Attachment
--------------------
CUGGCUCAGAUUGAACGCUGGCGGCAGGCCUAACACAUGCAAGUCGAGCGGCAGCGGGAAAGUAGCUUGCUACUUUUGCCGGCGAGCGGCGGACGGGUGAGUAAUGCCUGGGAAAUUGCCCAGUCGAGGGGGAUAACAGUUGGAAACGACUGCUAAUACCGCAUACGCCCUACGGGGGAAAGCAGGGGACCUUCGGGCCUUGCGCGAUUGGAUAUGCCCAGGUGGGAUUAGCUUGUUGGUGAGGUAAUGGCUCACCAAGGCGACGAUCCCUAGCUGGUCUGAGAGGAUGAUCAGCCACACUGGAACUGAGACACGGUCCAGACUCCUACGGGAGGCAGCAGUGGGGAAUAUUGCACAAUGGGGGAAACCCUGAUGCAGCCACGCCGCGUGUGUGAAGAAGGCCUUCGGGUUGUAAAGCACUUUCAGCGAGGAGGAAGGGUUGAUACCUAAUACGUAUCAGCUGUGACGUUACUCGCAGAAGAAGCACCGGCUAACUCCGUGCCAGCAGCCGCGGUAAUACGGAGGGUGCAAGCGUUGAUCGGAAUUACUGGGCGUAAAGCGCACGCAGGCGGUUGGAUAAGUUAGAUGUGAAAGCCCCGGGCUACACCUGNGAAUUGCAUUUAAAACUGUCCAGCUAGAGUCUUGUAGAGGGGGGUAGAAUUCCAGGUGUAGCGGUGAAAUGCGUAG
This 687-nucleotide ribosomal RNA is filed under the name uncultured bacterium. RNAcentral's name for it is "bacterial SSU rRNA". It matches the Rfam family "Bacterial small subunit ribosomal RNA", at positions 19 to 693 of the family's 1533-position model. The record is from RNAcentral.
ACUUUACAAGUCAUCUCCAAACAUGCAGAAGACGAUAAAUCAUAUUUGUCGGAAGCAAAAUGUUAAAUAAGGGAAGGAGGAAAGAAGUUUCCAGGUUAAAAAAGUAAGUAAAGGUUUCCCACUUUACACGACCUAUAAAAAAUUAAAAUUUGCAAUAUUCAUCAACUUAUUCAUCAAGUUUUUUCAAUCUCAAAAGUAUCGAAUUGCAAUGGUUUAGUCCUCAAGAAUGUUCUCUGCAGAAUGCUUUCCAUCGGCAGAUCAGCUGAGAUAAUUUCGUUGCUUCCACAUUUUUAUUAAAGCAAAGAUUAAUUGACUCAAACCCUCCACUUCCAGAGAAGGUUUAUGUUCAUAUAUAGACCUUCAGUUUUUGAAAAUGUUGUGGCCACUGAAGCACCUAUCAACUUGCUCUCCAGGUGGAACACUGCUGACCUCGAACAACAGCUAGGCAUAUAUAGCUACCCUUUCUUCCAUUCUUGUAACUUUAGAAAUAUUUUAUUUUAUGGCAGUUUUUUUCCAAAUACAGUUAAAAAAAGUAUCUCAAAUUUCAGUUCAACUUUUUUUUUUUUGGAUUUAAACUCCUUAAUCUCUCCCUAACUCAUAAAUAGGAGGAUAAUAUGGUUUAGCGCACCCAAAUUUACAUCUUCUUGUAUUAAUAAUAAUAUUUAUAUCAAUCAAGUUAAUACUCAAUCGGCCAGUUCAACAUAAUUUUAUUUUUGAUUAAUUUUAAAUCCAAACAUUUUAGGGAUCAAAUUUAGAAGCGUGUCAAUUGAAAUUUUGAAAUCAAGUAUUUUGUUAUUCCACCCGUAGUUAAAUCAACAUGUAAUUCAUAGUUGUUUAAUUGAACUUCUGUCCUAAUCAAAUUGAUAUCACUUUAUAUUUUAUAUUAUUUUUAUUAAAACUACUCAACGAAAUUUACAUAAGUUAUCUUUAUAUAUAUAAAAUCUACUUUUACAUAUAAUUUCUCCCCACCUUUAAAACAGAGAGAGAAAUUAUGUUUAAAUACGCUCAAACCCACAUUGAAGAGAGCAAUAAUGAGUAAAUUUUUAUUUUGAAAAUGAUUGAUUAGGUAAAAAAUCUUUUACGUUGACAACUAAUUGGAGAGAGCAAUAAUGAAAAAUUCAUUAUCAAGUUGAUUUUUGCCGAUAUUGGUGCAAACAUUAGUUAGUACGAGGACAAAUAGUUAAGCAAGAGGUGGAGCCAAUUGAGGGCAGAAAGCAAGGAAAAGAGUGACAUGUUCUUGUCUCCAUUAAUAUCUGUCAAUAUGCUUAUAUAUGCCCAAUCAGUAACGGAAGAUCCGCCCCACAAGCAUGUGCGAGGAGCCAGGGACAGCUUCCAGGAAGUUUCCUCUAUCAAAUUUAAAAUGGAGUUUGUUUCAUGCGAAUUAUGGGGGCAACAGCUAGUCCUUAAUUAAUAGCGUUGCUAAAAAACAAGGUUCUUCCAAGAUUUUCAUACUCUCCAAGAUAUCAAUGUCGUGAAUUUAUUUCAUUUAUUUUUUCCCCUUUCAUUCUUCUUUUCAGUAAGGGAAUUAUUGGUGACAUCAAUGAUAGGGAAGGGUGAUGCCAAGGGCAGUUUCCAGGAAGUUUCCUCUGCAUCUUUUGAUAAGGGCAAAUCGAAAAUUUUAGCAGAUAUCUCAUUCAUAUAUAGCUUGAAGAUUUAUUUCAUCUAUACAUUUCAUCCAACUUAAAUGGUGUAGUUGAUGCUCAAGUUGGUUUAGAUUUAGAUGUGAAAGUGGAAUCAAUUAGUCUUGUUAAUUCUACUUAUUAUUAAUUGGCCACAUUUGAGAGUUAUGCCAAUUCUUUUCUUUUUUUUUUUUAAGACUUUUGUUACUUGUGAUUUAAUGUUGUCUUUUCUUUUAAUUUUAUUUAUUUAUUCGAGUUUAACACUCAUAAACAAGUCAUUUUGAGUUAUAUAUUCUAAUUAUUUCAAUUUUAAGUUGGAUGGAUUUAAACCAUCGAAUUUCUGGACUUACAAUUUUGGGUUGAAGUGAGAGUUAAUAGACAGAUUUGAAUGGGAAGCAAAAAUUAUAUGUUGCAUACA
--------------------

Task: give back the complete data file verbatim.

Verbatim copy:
CUGGCUCAGAUUGAACGCUGGCGGCAGGCCUAACACAUGCAAGUCGAGCGGCAGCGGGAAAGUAGCUUGCUACUUUUGCCGGCGAGCGGCGGACGGGUGAGUAAUGCCUGGGAAAUUGCCCAGUCGAGGGGGAUAACAGUUGGAAACGACUGCUAAUACCGCAUACGCCCUACGGGGGAAAGCAGGGGACCUUCGGGCCUUGCGCGAUUGGAUAUGCCCAGGUGGGAUUAGCUUGUUGGUGAGGUAAUGGCUCACCAAGGCGACGAUCCCUAGCUGGUCUGAGAGGAUGAUCAGCCACACUGGAACUGAGACACGGUCCAGACUCCUACGGGAGGCAGCAGUGGGGAAUAUUGCACAAUGGGGGAAACCCUGAUGCAGCCACGCCGCGUGUGUGAAGAAGGCCUUCGGGUUGUAAAGCACUUUCAGCGAGGAGGAAGGGUUGAUACCUAAUACGUAUCAGCUGUGACGUUACUCGCAGAAGAAGCACCGGCUAACUCCGUGCCAGCAGCCGCGGUAAUACGGAGGGUGCAAGCGUUGAUCGGAAUUACUGGGCGUAAAGCGCACGCAGGCGGUUGGAUAAGUUAGAUGUGAAAGCCCCGGGCUACACCUGNGAAUUGCAUUUAAAACUGUCCAGCUAGAGUCUUGUAGAGGGGGGUAGAAUUCCAGGUGUAGCGGUGAAAUGCGUAG
This 687-nucleotide ribosomal RNA is filed under the name uncultured bacterium. RNAcentral's name for it is "bacterial SSU rRNA". It matches the Rfam family "Bacterial small subunit ribosomal RNA", at positions 19 to 693 of the family's 1533-position model. The record is from RNAcentral.
ACUUUACAAGUCAUCUCCAAACAUGCAGAAGACGAUAAAUCAUAUUUGUCGGAAGCAAAAUGUUAAAUAAGGGAAGGAGGAAAGAAGUUUCCAGGUUAAAAAAGUAAGUAAAGGUUUCCCACUUUACACGACCUAUAAAAAAUUAAAAUUUGCAAUAUUCAUCAACUUAUUCAUCAAGUUUUUUCAAUCUCAAAAGUAUCGAAUUGCAAUGGUUUAGUCCUCAAGAAUGUUCUCUGCAGAAUGCUUUCCAUCGGCAGAUCAGCUGAGAUAAUUUCGUUGCUUCCACAUUUUUAUUAAAGCAAAGAUUAAUUGACUCAAACCCUCCACUUCCAGAGAAGGUUUAUGUUCAUAUAUAGACCUUCAGUUUUUGAAAAUGUUGUGGCCACUGAAGCACCUAUCAACUUGCUCUCCAGGUGGAACACUGCUGACCUCGAACAACAGCUAGGCAUAUAUAGCUACCCUUUCUUCCAUUCUUGUAACUUUAGAAAUAUUUUAUUUUAUGGCAGUUUUUUUCCAAAUACAGUUAAAAAAAGUAUCUCAAAUUUCAGUUCAACUUUUUUUUUUUUGGAUUUAAACUCCUUAAUCUCUCCCUAACUCAUAAAUAGGAGGAUAAUAUGGUUUAGCGCACCCAAAUUUACAUCUUCUUGUAUUAAUAAUAAUAUUUAUAUCAAUCAAGUUAAUACUCAAUCGGCCAGUUCAACAUAAUUUUAUUUUUGAUUAAUUUUAAAUCCAAACAUUUUAGGGAUCAAAUUUAGAAGCGUGUCAAUUGAAAUUUUGAAAUCAAGUAUUUUGUUAUUCCACCCGUAGUUAAAUCAACAUGUAAUUCAUAGUUGUUUAAUUGAACUUCUGUCCUAAUCAAAUUGAUAUCACUUUAUAUUUUAUAUUAUUUUUAUUAAAACUACUCAACGAAAUUUACAUAAGUUAUCUUUAUAUAUAUAAAAUCUACUUUUACAUAUAAUUUCUCCCCACCUUUAAAACAGAGAGAGAAAUUAUGUUUAAAUACGCUCAAACCCACAUUGAAGAGAGCAAUAAUGAGUAAAUUUUUAUUUUGAAAAUGAUUGAUUAGGUAAAAAAUCUUUUACGUUGACAACUAAUUGGAGAGAGCAAUAAUGAAAAAUUCAUUAUCAAGUUGAUUUUUGCCGAUAUUGGUGCAAACAUUAGUUAGUACGAGGACAAAUAGUUAAGCAAGAGGUGGAGCCAAUUGAGGGCAGAAAGCAAGGAAAAGAGUGACAUGUUCUUGUCUCCAUUAAUAUCUGUCAAUAUGCUUAUAUAUGCCCAAUCAGUAACGGAAGAUCCGCCCCACAAGCAUGUGCGAGGAGCCAGGGACAGCUUCCAGGAAGUUUCCUCUAUCAAAUUUAAAAUGGAGUUUGUUUCAUGCGAAUUAUGGGGGCAACAGCUAGUCCUUAAUUAAUAGCGUUGCUAAAAAACAAGGUUCUUCCAAGAUUUUCAUACUCUCCAAGAUAUCAAUGUCGUGAAUUUAUUUCAUUUAUUUUUUCCCCUUUCAUUCUUCUUUUCAGUAAGGGAAUUAUUGGUGACAUCAAUGAUAGGGAAGGGUGAUGCCAAGGGCAGUUUCCAGGAAGUUUCCUCUGCAUCUUUUGAUAAGGGCAAAUCGAAAAUUUUAGCAGAUAUCUCAUUCAUAUAUAGCUUGAAGAUUUAUUUCAUCUAUACAUUUCAUCCAACUUAAAUGGUGUAGUUGAUGCUCAAGUUGGUUUAGAUUUAGAUGUGAAAGUGGAAUCAAUUAGUCUUGUUAAUUCUACUUAUUAUUAAUUGGCCACAUUUGAGAGUUAUGCCAAUUCUUUUCUUUUUUUUUUUUAAGACUUUUGUUACUUGUGAUUUAAUGUUGUCUUUUCUUUUAAUUUUAUUUAUUUAUUCGAGUUUAACACUCAUAAACAAGUCAUUUUGAGUUAUAUAUUCUAAUUAUUUCAAUUUUAAGUUGGAUGGAUUUAAACCAUCGAAUUUCUGGACUUACAAUUUUGGGUUGAAGUGAGAGUUAAUAGACAGAUUUGAAUGGGAAGCAAAAAUUAUAUGUUGCAUACA